This paper presents an extended discussion of issues associated with the role of information privacy in IS research. This discussion was initiated in conjunction with a panel session at ICIS 2002. Following the conference, each of the panelists reworked and extended their position statements, and provided a commentary on the position statements of the other panelists. The paper is framed with head and tail pieces written by the panel chair. The result is a (unique and provocative) blend of opinion and commentary on a topic that is of importance to IS research in the globally networked society in which we all live. IS researchers will find research questions, research conundrums, and research advice in equal measure.
In May 2013, significant revisions were made to this paper, on pp. 356-359. The original version included an extensive segment of text from the book, The Forest and the Trees: Sociology as Life, Practice, and Promise, by Prof. Allan Johnson, and it failed to make clear which parts of the text were original and which were from Johnson. This version corrects that error, by substituting text that makes use of Johnson's ideas rather than his text directly, but retains a particularly significant quotation. The authors have apologized to the Editor of CAIS and to Prof. Johnson for the inappropriate use of the segment of text.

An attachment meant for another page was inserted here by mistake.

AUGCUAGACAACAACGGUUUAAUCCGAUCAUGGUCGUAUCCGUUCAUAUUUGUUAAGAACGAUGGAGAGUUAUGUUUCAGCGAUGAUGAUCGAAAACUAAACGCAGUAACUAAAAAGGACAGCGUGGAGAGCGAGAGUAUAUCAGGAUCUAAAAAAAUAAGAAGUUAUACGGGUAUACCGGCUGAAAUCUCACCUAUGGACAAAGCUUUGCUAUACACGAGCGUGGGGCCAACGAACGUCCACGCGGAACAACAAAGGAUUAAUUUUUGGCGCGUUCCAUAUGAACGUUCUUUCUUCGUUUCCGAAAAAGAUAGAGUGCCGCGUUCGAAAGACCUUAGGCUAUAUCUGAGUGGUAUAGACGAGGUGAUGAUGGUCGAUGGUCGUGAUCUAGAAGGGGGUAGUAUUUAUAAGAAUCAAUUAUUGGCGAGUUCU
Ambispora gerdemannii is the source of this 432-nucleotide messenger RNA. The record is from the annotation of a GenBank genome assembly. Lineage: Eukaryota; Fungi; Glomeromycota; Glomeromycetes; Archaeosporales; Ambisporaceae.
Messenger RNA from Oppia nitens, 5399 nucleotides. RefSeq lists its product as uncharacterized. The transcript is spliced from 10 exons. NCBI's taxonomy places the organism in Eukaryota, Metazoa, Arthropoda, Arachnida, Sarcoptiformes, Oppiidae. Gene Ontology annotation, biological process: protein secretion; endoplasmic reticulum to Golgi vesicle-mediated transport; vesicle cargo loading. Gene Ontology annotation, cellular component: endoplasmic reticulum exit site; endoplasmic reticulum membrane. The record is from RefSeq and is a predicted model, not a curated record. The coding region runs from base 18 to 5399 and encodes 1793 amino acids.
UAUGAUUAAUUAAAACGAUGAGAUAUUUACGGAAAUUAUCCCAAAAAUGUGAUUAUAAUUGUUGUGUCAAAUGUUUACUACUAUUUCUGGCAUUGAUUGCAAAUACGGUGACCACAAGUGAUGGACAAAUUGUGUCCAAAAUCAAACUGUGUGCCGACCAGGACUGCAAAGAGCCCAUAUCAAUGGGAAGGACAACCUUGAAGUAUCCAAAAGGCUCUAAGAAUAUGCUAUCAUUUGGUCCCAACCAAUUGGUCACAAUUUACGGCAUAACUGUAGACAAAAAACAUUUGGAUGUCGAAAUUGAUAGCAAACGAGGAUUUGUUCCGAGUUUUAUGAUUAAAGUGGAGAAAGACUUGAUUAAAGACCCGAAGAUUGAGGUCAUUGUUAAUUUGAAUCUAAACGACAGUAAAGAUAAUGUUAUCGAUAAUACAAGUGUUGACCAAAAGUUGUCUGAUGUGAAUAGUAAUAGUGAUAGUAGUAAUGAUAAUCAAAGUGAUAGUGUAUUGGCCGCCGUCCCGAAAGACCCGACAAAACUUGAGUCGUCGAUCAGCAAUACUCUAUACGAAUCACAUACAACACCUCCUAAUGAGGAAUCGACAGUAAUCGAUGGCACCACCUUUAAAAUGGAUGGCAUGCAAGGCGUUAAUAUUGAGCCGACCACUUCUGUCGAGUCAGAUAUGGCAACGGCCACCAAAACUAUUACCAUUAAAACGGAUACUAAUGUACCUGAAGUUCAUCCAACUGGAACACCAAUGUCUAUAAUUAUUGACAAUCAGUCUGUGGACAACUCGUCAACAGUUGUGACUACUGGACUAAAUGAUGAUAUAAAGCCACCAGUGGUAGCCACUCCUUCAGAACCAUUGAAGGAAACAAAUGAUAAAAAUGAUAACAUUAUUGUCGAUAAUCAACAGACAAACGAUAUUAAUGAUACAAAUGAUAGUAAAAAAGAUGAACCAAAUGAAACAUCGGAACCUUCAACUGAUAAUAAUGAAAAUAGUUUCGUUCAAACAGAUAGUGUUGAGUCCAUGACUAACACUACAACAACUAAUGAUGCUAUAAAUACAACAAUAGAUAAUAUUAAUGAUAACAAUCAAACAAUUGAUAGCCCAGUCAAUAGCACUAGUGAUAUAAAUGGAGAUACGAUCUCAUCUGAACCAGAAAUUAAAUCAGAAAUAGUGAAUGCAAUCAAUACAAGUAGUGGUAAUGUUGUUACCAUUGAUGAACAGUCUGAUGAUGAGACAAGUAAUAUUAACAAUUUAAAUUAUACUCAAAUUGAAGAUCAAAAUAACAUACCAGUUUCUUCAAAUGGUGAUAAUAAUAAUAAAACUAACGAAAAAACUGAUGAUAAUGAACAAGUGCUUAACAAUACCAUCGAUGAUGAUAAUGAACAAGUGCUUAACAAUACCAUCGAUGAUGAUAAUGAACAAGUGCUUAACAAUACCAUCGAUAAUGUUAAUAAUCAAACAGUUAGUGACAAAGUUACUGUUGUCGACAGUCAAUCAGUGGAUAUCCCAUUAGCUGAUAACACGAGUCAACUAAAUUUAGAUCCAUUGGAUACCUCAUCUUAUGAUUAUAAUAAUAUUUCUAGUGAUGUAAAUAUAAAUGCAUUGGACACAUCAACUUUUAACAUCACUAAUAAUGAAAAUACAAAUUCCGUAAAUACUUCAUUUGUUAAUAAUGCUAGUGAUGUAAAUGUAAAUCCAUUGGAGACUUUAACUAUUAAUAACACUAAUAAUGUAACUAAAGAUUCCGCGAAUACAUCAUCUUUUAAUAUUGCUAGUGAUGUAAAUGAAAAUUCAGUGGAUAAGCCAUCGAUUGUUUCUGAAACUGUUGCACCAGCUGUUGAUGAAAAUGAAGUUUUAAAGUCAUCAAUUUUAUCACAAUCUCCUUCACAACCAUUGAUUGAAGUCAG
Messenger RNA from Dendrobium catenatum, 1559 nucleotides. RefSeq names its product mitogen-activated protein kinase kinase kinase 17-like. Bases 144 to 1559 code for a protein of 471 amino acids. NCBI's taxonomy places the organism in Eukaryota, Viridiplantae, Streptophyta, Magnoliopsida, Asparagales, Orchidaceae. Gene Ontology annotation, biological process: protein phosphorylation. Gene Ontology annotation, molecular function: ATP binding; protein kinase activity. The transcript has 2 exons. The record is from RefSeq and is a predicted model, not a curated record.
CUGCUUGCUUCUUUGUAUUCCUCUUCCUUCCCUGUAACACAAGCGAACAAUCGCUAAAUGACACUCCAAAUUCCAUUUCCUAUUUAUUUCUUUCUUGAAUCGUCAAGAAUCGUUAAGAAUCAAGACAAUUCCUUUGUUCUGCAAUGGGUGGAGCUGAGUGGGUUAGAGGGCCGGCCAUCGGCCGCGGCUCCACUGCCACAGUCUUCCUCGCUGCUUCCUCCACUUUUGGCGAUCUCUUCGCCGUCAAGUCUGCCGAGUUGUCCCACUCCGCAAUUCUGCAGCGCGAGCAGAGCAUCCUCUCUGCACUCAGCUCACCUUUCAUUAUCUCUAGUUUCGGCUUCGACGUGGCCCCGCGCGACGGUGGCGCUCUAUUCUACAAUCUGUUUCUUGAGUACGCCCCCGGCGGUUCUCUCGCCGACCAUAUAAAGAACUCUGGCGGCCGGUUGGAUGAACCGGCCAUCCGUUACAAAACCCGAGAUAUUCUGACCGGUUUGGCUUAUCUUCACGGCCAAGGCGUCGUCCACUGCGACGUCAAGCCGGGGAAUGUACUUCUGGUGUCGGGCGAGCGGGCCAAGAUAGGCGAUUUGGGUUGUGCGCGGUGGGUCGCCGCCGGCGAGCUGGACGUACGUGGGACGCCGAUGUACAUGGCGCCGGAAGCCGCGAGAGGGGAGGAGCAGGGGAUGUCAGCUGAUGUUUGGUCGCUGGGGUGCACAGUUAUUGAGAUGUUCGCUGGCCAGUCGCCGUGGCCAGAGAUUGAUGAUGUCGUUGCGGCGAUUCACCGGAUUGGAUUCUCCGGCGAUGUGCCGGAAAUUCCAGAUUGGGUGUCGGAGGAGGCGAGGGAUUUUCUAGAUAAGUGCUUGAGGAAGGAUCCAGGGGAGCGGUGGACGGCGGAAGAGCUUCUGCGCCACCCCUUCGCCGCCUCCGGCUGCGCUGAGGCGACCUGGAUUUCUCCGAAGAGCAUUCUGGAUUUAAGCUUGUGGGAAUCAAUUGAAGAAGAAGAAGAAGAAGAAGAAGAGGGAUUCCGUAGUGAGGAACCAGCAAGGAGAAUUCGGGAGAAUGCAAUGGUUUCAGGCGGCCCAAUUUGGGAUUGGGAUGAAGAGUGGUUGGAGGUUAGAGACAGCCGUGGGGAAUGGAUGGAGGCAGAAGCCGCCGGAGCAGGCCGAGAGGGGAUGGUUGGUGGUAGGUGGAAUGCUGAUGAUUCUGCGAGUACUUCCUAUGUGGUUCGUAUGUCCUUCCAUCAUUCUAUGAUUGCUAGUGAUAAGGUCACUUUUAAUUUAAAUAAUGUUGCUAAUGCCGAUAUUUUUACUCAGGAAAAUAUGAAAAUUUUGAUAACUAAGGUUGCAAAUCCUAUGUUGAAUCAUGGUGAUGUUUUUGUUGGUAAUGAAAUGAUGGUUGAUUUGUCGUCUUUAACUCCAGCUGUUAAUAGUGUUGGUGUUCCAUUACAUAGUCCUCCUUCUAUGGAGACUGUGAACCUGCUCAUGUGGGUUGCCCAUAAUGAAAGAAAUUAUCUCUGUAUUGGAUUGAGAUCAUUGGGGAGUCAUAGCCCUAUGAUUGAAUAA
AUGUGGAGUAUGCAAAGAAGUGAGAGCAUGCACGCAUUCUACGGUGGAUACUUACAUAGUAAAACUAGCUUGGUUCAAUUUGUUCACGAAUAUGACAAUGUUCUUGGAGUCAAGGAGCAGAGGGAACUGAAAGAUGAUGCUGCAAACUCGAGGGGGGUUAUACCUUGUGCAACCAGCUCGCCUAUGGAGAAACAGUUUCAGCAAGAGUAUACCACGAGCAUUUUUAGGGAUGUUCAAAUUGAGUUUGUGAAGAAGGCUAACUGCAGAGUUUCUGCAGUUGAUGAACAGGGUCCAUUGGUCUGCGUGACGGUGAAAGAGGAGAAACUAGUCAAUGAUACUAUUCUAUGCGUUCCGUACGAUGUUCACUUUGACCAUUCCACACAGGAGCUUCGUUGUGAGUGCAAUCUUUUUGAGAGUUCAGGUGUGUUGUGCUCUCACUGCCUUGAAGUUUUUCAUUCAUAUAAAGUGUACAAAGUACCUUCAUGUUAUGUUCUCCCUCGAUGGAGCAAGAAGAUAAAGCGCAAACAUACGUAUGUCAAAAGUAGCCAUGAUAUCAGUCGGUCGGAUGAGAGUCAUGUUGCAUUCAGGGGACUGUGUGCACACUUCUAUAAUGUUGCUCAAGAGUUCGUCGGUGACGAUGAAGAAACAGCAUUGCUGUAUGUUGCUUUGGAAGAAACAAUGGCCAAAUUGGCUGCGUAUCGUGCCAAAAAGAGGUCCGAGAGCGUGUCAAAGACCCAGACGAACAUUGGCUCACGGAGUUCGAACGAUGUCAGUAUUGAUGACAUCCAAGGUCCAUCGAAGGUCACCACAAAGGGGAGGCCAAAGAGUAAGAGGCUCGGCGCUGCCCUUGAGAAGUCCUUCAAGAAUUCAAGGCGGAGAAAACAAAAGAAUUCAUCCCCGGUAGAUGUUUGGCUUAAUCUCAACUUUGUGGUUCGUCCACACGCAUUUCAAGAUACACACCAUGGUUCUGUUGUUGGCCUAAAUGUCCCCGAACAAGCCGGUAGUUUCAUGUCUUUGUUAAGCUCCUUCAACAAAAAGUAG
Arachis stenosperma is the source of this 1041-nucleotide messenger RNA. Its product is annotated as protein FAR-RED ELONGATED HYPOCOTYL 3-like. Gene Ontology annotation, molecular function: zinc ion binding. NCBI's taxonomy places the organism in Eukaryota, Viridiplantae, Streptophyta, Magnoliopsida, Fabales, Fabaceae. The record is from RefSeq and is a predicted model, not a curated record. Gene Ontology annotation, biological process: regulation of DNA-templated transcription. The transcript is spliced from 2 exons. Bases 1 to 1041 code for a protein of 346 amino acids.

Davison, R., Clarke, R., Langford, D., Kuo, F., & Smith, H. (2003). Information Privacy in a Globally Networked Society: Implications for IS Research. Communications of the Association for Information Systems, 12, pp-pp. https://doi.org/10.17705/1CAIS.01222